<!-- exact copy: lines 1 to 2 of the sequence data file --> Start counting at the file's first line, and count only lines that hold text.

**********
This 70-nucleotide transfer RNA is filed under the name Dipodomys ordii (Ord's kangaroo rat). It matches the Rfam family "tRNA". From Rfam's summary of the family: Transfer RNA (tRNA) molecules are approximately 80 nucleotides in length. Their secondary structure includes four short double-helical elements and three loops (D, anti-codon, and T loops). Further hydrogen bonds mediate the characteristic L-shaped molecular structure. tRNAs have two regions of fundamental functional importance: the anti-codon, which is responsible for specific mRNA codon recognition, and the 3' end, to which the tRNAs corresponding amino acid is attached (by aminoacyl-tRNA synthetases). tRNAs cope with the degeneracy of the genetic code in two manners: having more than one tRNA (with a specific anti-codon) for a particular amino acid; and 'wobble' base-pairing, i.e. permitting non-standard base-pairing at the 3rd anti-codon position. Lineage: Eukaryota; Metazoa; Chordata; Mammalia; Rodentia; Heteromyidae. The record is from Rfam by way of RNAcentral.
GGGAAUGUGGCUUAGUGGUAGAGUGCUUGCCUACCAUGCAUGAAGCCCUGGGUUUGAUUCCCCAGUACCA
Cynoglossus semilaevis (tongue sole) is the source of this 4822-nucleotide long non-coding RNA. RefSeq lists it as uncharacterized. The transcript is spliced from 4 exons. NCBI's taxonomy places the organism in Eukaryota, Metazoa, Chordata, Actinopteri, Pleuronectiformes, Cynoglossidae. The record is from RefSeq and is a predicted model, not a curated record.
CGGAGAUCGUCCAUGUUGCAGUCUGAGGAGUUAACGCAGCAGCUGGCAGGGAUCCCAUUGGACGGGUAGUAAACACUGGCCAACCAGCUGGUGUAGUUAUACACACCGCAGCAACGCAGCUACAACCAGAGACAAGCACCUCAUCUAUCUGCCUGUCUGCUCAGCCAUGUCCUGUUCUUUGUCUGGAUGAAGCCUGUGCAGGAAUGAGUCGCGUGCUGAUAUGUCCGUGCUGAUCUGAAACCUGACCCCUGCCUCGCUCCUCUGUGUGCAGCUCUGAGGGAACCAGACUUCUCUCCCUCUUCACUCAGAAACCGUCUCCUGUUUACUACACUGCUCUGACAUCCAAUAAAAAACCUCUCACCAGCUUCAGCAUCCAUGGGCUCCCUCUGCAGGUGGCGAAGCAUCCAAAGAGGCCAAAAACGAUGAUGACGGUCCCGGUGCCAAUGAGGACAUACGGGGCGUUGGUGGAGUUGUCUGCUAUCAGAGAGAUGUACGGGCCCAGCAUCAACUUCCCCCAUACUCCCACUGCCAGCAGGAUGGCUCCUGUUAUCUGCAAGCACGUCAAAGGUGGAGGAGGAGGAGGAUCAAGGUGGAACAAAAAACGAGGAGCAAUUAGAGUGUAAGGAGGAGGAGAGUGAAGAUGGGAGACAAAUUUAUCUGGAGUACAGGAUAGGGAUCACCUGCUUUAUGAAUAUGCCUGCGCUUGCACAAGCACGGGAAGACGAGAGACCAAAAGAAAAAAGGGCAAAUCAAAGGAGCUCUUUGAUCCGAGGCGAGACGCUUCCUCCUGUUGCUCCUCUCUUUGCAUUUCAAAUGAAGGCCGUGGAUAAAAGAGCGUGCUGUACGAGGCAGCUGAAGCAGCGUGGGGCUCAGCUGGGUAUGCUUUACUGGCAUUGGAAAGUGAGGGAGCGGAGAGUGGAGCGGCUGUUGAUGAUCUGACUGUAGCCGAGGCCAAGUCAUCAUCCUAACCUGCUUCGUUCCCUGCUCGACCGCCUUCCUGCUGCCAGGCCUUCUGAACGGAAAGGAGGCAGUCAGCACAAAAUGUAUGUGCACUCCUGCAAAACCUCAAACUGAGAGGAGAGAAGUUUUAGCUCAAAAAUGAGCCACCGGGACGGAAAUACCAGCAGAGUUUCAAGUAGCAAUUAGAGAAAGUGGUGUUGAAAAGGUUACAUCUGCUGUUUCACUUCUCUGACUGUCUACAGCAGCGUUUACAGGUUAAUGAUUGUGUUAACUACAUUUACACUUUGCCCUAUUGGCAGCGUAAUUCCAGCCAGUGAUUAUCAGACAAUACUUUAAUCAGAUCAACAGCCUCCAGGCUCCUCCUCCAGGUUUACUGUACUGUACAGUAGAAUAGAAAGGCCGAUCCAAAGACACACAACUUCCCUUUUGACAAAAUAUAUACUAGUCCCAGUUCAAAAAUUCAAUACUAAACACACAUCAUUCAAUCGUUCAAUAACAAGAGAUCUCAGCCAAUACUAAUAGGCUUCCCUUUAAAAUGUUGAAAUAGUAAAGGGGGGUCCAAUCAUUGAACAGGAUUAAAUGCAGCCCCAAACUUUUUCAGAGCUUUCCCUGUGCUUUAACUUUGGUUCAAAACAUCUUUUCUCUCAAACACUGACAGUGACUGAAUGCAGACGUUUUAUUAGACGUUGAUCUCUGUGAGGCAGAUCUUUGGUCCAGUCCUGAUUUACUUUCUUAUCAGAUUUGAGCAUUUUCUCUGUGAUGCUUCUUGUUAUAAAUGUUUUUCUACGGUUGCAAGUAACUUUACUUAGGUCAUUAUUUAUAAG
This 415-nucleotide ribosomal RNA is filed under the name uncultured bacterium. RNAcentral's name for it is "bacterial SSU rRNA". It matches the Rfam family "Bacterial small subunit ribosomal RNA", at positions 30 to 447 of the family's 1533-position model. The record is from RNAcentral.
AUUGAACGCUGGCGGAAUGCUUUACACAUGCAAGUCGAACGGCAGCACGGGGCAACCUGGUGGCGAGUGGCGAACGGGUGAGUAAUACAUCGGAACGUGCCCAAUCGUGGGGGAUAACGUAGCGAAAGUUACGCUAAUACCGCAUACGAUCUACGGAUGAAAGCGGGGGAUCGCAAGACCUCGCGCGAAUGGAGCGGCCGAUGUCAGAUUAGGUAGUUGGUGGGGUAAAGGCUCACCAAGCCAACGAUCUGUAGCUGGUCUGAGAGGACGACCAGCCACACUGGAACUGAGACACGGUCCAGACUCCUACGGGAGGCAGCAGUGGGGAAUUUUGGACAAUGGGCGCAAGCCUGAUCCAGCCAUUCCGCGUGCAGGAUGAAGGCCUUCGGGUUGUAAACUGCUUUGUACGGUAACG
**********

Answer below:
This 70-nucleotide transfer RNA is filed under the name Dipodomys ordii (Ord's kangaroo rat). It matches the Rfam family "tRNA". From Rfam's summary of the family: Transfer RNA (tRNA) molecules are approximately 80 nucleotides in length. Their secondary structure includes four short double-helical elements and three loops (D, anti-codon, and T loops). Further hydrogen bonds mediate the characteristic L-shaped molecular structure. tRNAs have two regions of fundamental functional importance: the anti-codon, which is responsible for specific mRNA codon recognition, and the 3' end, to which the tRNAs corresponding amino acid is attached (by aminoacyl-tRNA synthetases). tRNAs cope with the degeneracy of the genetic code in two manners: having more than one tRNA (with a specific anti-codon) for a particular amino acid; and 'wobble' base-pairing, i.e. permitting non-standard base-pairing at the 3rd anti-codon position. Lineage: Eukaryota; Metazoa; Chordata; Mammalia; Rodentia; Heteromyidae. The record is from Rfam by way of RNAcentral.
GGGAAUGUGGCUUAGUGGUAGAGUGCUUGCCUACCAUGCAUGAAGCCCUGGGUUUGAUUCCCCAGUACCA